Ignore the bankruptcies and scandals that have bedeviled other green tech companies that were supposed to save the world: Tesla Motors, the brainchild of PayPal founder and Tony Stark inspiration Elon Musk, not only has the top-rated car by Consumer Reports, its Model S, but also a soaring stock. Tesla shares broke through the somewhat arbitrary but psychological meaningful $100 barrier this morning, tripling this year and doubling just in the last month. Here's why:
1. The company is actually making money.
As illustrated by its most recent financial results, released May 8, Tesla is no longer an all-growth, no-profit tech company. It turned its first quarterly profit, booking $11.2 million in net income after an $89.9 million loss the previous quarter. And while the company just went into the black, its revenue growth has been truly astounding. Tesla booked just over $30 million in last year's first quarter; this year it was just under $562 million.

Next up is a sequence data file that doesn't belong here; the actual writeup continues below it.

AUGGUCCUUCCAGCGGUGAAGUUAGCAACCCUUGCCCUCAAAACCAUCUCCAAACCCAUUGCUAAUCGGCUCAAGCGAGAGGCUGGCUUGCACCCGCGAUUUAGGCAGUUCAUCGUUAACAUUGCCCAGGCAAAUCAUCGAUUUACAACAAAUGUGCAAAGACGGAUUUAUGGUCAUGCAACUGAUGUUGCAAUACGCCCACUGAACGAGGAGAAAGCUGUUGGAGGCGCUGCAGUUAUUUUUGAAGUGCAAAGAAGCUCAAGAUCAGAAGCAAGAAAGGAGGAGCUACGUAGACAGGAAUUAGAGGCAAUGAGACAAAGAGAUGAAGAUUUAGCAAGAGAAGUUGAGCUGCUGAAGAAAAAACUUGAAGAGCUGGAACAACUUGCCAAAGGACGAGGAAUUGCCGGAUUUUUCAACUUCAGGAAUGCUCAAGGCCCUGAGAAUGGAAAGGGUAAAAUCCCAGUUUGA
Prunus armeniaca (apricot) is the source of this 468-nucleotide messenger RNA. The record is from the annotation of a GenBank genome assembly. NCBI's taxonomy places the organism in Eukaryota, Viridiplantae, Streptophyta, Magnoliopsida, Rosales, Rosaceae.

2. Model S sales are exploding.
Sales of Tesla's Model S outpaced its three German luxury competitors — the Mercedes S Class, the BMW 7 Series, and the Audi A8, in the first quarter. The Model S' early success could start building on itself, thereby breaking out from being a niche product for socially conscious Silicon Valley types.
"We expect consumer awareness of the brand to grow, and word of mouth to increase as more cars hit the road," said two Jefferies analysts in a note released after Tesla announced its first quarter earnings. The rash of positive media attention hasn't hurt either.
The company is pumping out over 400 cars a week and plans to start delivering to Europe in the middle of this year. It is already seeing 200 orders a week in Europe, according to a Goldman Sachs research note. Analysts expect the company to meet its projection for sales of 21,000 Model S's this year.
"TSLA continues to hit target after target, and 1Q provided yet more validation of management's guidance," said the two Jefferies analysts.
3. Investors are taking Tesla seriously.
More than profits, Tesla's stock is up above $100 because investors are expecting the company to become a real competitor to the global auto giants. If Tesla can continue to build cars people want, and build out a comprehensive charging and battery infrastructure, there's no reason it won't continue to grow.
"A big portion of the run-up is basically a reduction in risk to the company achieving its upside potential. Many investors have been skeptics but are realizing that this could be a very large company," said Colin Rusch, a senior analyst at Northland Capital Markets.